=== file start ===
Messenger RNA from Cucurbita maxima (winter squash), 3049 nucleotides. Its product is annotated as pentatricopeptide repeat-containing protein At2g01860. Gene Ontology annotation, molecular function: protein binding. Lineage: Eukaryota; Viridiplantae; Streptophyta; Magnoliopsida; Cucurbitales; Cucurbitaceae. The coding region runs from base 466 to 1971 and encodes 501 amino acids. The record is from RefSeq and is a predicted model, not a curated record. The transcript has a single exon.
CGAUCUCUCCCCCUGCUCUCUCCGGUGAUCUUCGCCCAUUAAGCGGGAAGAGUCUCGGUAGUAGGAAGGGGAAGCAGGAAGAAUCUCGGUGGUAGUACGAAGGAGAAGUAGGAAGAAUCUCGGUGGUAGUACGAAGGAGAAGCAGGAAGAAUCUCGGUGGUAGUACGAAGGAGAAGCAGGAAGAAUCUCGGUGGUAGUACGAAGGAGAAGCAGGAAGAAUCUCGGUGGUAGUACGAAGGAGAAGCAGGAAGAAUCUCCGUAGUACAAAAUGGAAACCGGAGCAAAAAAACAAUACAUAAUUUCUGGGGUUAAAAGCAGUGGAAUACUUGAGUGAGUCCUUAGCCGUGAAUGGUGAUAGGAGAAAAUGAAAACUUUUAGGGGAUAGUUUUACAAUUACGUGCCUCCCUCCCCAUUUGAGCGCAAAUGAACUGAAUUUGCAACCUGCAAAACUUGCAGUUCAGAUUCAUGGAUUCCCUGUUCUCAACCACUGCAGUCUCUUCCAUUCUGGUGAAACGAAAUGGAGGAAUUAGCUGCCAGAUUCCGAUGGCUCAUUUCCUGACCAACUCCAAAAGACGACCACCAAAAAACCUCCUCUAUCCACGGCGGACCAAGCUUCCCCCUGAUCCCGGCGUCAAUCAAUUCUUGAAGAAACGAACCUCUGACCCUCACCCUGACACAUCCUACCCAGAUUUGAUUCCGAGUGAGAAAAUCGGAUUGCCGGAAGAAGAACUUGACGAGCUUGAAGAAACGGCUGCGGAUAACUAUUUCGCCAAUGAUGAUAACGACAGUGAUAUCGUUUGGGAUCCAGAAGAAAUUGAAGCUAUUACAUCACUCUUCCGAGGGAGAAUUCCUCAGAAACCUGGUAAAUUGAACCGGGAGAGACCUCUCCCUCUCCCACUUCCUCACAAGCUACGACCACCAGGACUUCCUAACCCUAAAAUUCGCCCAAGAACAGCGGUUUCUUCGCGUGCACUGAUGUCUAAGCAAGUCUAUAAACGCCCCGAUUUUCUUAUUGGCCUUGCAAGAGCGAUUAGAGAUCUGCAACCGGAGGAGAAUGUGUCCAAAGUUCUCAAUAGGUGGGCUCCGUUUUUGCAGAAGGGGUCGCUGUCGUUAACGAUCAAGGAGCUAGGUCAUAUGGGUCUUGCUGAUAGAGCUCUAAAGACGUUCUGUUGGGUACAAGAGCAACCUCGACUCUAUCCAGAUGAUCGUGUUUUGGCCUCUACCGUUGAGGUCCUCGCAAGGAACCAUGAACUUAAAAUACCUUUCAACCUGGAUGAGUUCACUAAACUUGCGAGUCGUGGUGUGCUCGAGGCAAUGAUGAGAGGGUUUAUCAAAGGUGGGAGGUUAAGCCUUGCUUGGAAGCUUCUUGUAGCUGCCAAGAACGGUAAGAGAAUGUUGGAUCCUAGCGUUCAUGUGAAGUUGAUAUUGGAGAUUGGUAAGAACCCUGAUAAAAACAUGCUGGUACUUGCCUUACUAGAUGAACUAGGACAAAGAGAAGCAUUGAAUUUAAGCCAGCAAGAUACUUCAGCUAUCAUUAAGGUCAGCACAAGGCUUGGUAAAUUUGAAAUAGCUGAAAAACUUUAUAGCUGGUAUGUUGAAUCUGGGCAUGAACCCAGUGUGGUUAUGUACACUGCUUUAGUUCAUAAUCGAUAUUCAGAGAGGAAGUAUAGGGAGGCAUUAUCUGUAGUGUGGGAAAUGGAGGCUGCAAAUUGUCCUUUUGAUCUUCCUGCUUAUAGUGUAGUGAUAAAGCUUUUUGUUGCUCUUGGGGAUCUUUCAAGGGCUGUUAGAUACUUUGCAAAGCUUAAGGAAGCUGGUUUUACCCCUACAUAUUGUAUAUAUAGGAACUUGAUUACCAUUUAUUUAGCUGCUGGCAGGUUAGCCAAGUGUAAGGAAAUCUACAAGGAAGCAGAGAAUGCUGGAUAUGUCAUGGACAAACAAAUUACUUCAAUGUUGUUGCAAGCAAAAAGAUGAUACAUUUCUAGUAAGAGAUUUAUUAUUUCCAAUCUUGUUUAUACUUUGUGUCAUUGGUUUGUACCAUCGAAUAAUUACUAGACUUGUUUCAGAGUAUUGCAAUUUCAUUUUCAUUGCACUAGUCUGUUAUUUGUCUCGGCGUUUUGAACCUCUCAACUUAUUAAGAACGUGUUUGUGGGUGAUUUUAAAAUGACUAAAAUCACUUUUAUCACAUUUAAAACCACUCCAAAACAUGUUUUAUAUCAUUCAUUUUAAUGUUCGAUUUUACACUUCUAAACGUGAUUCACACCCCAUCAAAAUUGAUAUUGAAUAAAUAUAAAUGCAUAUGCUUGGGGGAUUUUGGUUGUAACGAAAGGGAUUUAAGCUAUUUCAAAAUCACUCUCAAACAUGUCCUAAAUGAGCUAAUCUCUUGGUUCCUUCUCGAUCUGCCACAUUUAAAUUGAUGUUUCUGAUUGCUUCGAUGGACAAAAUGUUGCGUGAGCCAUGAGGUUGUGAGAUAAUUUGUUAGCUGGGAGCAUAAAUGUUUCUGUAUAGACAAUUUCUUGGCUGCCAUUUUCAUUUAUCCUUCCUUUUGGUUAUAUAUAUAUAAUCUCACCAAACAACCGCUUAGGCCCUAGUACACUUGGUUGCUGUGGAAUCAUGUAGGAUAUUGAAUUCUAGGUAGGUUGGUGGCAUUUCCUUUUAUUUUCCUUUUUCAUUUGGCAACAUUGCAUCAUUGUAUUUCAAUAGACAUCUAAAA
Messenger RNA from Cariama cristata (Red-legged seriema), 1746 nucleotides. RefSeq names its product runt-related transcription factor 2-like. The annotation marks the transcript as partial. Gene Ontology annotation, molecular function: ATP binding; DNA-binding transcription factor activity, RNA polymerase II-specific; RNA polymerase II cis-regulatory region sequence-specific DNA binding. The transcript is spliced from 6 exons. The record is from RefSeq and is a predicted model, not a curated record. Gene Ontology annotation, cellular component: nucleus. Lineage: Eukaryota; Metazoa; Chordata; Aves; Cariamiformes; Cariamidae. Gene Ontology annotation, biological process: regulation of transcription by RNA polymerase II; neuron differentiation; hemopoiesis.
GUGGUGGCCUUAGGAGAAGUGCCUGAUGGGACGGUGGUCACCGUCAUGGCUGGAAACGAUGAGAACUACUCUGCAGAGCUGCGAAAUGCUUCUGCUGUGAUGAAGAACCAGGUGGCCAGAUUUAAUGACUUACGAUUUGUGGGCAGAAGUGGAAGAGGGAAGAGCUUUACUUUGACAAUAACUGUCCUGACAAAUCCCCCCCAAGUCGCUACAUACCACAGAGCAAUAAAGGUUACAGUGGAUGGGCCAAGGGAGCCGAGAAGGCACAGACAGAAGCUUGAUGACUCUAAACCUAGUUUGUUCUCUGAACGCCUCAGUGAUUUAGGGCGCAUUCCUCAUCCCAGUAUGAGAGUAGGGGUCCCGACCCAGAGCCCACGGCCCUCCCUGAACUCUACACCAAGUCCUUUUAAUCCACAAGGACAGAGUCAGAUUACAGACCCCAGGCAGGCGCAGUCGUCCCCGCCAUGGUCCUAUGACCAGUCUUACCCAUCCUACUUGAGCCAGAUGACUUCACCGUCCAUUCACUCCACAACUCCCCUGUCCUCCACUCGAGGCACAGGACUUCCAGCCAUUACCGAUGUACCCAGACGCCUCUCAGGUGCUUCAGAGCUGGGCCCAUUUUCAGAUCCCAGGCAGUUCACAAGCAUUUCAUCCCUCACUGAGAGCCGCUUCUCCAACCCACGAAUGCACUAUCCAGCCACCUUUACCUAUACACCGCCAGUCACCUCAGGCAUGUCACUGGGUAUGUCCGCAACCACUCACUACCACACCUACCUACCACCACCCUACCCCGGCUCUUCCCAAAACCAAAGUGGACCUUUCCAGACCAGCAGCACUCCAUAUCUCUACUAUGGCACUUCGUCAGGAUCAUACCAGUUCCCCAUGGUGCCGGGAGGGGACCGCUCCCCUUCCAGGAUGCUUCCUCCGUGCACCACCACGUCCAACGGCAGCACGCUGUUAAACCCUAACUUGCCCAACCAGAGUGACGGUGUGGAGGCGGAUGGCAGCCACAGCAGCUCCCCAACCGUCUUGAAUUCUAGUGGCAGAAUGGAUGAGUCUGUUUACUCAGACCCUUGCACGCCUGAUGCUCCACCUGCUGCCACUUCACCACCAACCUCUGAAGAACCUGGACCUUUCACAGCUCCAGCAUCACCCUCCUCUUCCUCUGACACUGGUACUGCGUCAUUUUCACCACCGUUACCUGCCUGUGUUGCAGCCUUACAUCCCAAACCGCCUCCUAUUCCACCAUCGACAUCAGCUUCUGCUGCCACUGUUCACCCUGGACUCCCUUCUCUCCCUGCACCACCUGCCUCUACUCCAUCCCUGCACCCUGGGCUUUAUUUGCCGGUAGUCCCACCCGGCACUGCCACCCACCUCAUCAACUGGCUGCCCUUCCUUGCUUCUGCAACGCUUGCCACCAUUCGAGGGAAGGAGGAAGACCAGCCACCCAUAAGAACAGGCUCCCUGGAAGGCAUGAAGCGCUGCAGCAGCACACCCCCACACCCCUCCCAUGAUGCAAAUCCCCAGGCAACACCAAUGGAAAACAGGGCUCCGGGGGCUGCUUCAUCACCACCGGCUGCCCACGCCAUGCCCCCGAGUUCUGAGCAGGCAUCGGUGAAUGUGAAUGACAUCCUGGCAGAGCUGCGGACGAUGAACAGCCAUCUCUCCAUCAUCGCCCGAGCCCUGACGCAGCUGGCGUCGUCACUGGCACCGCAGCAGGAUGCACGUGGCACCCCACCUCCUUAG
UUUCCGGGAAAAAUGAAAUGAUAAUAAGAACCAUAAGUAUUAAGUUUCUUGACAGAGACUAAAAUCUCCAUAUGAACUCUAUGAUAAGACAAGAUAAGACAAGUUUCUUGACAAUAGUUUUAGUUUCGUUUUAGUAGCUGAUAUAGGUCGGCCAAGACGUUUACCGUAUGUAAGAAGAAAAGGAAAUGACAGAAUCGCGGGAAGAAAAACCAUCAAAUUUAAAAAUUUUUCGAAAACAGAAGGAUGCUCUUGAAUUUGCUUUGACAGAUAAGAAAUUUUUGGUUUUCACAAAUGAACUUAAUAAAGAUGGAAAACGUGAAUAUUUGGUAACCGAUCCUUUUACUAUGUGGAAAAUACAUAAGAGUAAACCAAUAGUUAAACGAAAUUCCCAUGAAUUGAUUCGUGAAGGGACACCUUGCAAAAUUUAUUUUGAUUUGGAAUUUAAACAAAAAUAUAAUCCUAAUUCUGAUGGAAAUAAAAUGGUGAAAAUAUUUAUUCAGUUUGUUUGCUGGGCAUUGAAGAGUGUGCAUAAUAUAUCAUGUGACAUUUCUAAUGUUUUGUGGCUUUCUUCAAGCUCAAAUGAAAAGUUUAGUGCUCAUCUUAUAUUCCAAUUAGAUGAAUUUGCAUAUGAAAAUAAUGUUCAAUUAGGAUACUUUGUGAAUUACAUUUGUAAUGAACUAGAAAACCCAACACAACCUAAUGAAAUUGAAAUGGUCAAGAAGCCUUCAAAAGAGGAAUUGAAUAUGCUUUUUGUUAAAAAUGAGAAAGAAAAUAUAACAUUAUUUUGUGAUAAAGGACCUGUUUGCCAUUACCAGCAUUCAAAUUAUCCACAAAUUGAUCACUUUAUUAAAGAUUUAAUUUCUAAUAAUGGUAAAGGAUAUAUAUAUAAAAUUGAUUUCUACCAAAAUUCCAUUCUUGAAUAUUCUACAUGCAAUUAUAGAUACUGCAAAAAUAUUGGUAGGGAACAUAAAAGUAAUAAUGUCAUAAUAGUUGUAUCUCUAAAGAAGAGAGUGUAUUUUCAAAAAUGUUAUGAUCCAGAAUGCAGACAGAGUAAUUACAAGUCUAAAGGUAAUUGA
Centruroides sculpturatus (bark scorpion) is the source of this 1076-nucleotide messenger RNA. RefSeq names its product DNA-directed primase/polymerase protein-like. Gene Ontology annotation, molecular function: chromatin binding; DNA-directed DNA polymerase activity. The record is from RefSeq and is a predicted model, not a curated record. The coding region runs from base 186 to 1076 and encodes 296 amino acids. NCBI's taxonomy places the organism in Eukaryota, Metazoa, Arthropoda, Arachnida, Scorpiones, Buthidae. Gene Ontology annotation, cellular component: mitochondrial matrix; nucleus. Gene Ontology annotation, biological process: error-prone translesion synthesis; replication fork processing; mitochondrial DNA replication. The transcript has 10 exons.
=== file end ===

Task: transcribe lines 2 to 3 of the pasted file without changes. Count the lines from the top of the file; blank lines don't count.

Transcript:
CGAUCUCUCCCCCUGCUCUCUCCGGUGAUCUUCGCCCAUUAAGCGGGAAGAGUCUCGGUAGUAGGAAGGGGAAGCAGGAAGAAUCUCGGUGGUAGUACGAAGGAGAAGUAGGAAGAAUCUCGGUGGUAGUACGAAGGAGAAGCAGGAAGAAUCUCGGUGGUAGUACGAAGGAGAAGCAGGAAGAAUCUCGGUGGUAGUACGAAGGAGAAGCAGGAAGAAUCUCGGUGGUAGUACGAAGGAGAAGCAGGAAGAAUCUCCGUAGUACAAAAUGGAAACCGGAGCAAAAAAACAAUACAUAAUUUCUGGGGUUAAAAGCAGUGGAAUACUUGAGUGAGUCCUUAGCCGUGAAUGGUGAUAGGAGAAAAUGAAAACUUUUAGGGGAUAGUUUUACAAUUACGUGCCUCCCUCCCCAUUUGAGCGCAAAUGAACUGAAUUUGCAACCUGCAAAACUUGCAGUUCAGAUUCAUGGAUUCCCUGUUCUCAACCACUGCAGUCUCUUCCAUUCUGGUGAAACGAAAUGGAGGAAUUAGCUGCCAGAUUCCGAUGGCUCAUUUCCUGACCAACUCCAAAAGACGACCACCAAAAAACCUCCUCUAUCCACGGCGGACCAAGCUUCCCCCUGAUCCCGGCGUCAAUCAAUUCUUGAAGAAACGAACCUCUGACCCUCACCCUGACACAUCCUACCCAGAUUUGAUUCCGAGUGAGAAAAUCGGAUUGCCGGAAGAAGAACUUGACGAGCUUGAAGAAACGGCUGCGGAUAACUAUUUCGCCAAUGAUGAUAACGACAGUGAUAUCGUUUGGGAUCCAGAAGAAAUUGAAGCUAUUACAUCACUCUUCCGAGGGAGAAUUCCUCAGAAACCUGGUAAAUUGAACCGGGAGAGACCUCUCCCUCUCCCACUUCCUCACAAGCUACGACCACCAGGACUUCCUAACCCUAAAAUUCGCCCAAGAACAGCGGUUUCUUCGCGUGCACUGAUGUCUAAGCAAGUCUAUAAACGCCCCGAUUUUCUUAUUGGCCUUGCAAGAGCGAUUAGAGAUCUGCAACCGGAGGAGAAUGUGUCCAAAGUUCUCAAUAGGUGGGCUCCGUUUUUGCAGAAGGGGUCGCUGUCGUUAACGAUCAAGGAGCUAGGUCAUAUGGGUCUUGCUGAUAGAGCUCUAAAGACGUUCUGUUGGGUACAAGAGCAACCUCGACUCUAUCCAGAUGAUCGUGUUUUGGCCUCUACCGUUGAGGUCCUCGCAAGGAACCAUGAACUUAAAAUACCUUUCAACCUGGAUGAGUUCACUAAACUUGCGAGUCGUGGUGUGCUCGAGGCAAUGAUGAGAGGGUUUAUCAAAGGUGGGAGGUUAAGCCUUGCUUGGAAGCUUCUUGUAGCUGCCAAGAACGGUAAGAGAAUGUUGGAUCCUAGCGUUCAUGUGAAGUUGAUAUUGGAGAUUGGUAAGAACCCUGAUAAAAACAUGCUGGUACUUGCCUUACUAGAUGAACUAGGACAAAGAGAAGCAUUGAAUUUAAGCCAGCAAGAUACUUCAGCUAUCAUUAAGGUCAGCACAAGGCUUGGUAAAUUUGAAAUAGCUGAAAAACUUUAUAGCUGGUAUGUUGAAUCUGGGCAUGAACCCAGUGUGGUUAUGUACACUGCUUUAGUUCAUAAUCGAUAUUCAGAGAGGAAGUAUAGGGAGGCAUUAUCUGUAGUGUGGGAAAUGGAGGCUGCAAAUUGUCCUUUUGAUCUUCCUGCUUAUAGUGUAGUGAUAAAGCUUUUUGUUGCUCUUGGGGAUCUUUCAAGGGCUGUUAGAUACUUUGCAAAGCUUAAGGAAGCUGGUUUUACCCCUACAUAUUGUAUAUAUAGGAACUUGAUUACCAUUUAUUUAGCUGCUGGCAGGUUAGCCAAGUGUAAGGAAAUCUACAAGGAAGCAGAGAAUGCUGGAUAUGUCAUGGACAAACAAAUUACUUCAAUGUUGUUGCAAGCAAAAAGAUGAUACAUUUCUAGUAAGAGAUUUAUUAUUUCCAAUCUUGUUUAUACUUUGUGUCAUUGGUUUGUACCAUCGAAUAAUUACUAGACUUGUUUCAGAGUAUUGCAAUUUCAUUUUCAUUGCACUAGUCUGUUAUUUGUCUCGGCGUUUUGAACCUCUCAACUUAUUAAGAACGUGUUUGUGGGUGAUUUUAAAAUGACUAAAAUCACUUUUAUCACAUUUAAAACCACUCCAAAACAUGUUUUAUAUCAUUCAUUUUAAUGUUCGAUUUUACACUUCUAAACGUGAUUCACACCCCAUCAAAAUUGAUAUUGAAUAAAUAUAAAUGCAUAUGCUUGGGGGAUUUUGGUUGUAACGAAAGGGAUUUAAGCUAUUUCAAAAUCACUCUCAAACAUGUCCUAAAUGAGCUAAUCUCUUGGUUCCUUCUCGAUCUGCCACAUUUAAAUUGAUGUUUCUGAUUGCUUCGAUGGACAAAAUGUUGCGUGAGCCAUGAGGUUGUGAGAUAAUUUGUUAGCUGGGAGCAUAAAUGUUUCUGUAUAGACAAUUUCUUGGCUGCCAUUUUCAUUUAUCCUUCCUUUUGGUUAUAUAUAUAUAAUCUCACCAAACAACCGCUUAGGCCCUAGUACACUUGGUUGCUGUGGAAUCAUGUAGGAUAUUGAAUUCUAGGUAGGUUGGUGGCAUUUCCUUUUAUUUUCCUUUUUCAUUUGGCAACAUUGCAUCAUUGUAUUUCAAUAGACAUCUAAAA
Messenger RNA from Cariama cristata (Red-legged seriema), 1746 nucleotides. RefSeq names its product runt-related transcription factor 2-like. The annotation marks the transcript as partial. Gene Ontology annotation, molecular function: ATP binding; DNA-binding transcription factor activity, RNA polymerase II-specific; RNA polymerase II cis-regulatory region sequence-specific DNA binding. The transcript is spliced from 6 exons. The record is from RefSeq and is a predicted model, not a curated record. Gene Ontology annotation, cellular component: nucleus. Lineage: Eukaryota; Metazoa; Chordata; Aves; Cariamiformes; Cariamidae. Gene Ontology annotation, biological process: regulation of transcription by RNA polymerase II; neuron differentiation; hemopoiesis.